‘I reckon I could write a speculative fiction novel.’
…Was what I said.
I was walking home from the shop with my partner. It was autumn, maybe. I think there were leaves on the ground, though those could have been from another walk memory that I’ve merged with this one.
I don’t remember what prompted me to make my grandiose statement.
‘I’m sure you could,’ said my partner. He’s been with me twenty years, and is used to grandiose statements.
And, as it turned out, I did.
I know that’s not really an answer.
The truth is, when people ask (and they always do) where I got the idea for my book. I don’t actually know. I can only retrofit an explanation. Like when people guess at what Stonehenge was for. The subconscious is as mysterious a place as prehistory.
I do know what I’d been thinking about – or more specifically, what I was consuming – in the lead up to my grandiose statement.
At that time my fiction diet included a lot of sci-fi. More specifically, the kind of sci-fi that’s often called speculative, focusing on characters and relationships rather than intergalactic warfare. Call me self-absorbed, but sci fi is mainly of interest to me in so far as it relates to me. Ie. a ‘what if’ scenario, affecting real people, living in a recognisable world. The movie Eternal Sunshine of the Spotless Mind was a huge inspiration here, as was Black Mirror, as well as Ishiguro’s Never Let Me Go and Margaret Atwood’s Oryx and Crake.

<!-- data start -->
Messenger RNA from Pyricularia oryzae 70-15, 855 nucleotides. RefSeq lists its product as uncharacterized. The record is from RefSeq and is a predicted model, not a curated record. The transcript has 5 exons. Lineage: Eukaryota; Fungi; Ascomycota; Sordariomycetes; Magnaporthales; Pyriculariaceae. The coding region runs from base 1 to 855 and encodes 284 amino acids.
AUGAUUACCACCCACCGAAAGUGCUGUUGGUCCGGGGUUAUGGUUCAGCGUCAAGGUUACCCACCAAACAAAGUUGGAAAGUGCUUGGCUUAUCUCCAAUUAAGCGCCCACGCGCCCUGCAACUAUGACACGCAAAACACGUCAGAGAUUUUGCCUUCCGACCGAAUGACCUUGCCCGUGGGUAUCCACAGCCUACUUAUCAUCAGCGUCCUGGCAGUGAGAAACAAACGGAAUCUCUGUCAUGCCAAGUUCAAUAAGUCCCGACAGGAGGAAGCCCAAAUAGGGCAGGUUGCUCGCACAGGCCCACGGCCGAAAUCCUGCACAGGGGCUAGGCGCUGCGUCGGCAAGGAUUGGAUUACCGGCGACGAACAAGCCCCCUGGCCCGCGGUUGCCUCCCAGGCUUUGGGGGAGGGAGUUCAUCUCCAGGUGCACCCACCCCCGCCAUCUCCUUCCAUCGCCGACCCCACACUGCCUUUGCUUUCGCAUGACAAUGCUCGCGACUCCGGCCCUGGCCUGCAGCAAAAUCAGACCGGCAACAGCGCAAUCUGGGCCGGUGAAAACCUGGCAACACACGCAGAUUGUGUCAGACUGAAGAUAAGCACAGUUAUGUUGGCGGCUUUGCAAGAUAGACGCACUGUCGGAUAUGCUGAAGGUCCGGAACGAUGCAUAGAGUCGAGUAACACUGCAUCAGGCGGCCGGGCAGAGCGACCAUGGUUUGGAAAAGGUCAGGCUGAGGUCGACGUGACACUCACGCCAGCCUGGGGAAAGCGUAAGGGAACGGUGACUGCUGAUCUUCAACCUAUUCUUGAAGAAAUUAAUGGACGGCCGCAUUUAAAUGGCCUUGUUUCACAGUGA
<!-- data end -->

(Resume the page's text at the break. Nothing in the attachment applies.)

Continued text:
I was also enjoying polyphonic films and novels: Robert Altman, David Mitchell, Jennifer Egan, Nicola Barker. Polyphony is when a piece of music or art is formed of several independent melodies, or voices. From multiple threads an immersive atmosphere emerges, more than the sum of its parts. When I read A Visit From The Goon Squad I was particularly awed by this apparent magic – and what writer doesn’t quickly go from ‘how on earth did she do that’ to ‘…maybe I could do something like that’?
Finally, I’d been reading Tessa Hadley and Elizabeth Strout. What delighted me particularly about their writing was its observational nature: the way they looked closely at their subjects, yet without moral judgement. Having this kind of vision is easier said than done. Our brains are designed to sum up, to pick sides, to label something right, wrong, good or bad, to save precious cognitive energy. And so I wanted my own novel to be an exploration rather than a lesson. It looks at how technology plays out in people’s lives, and I hope it refrains from jumping to moral conclusions about either the tech or the people.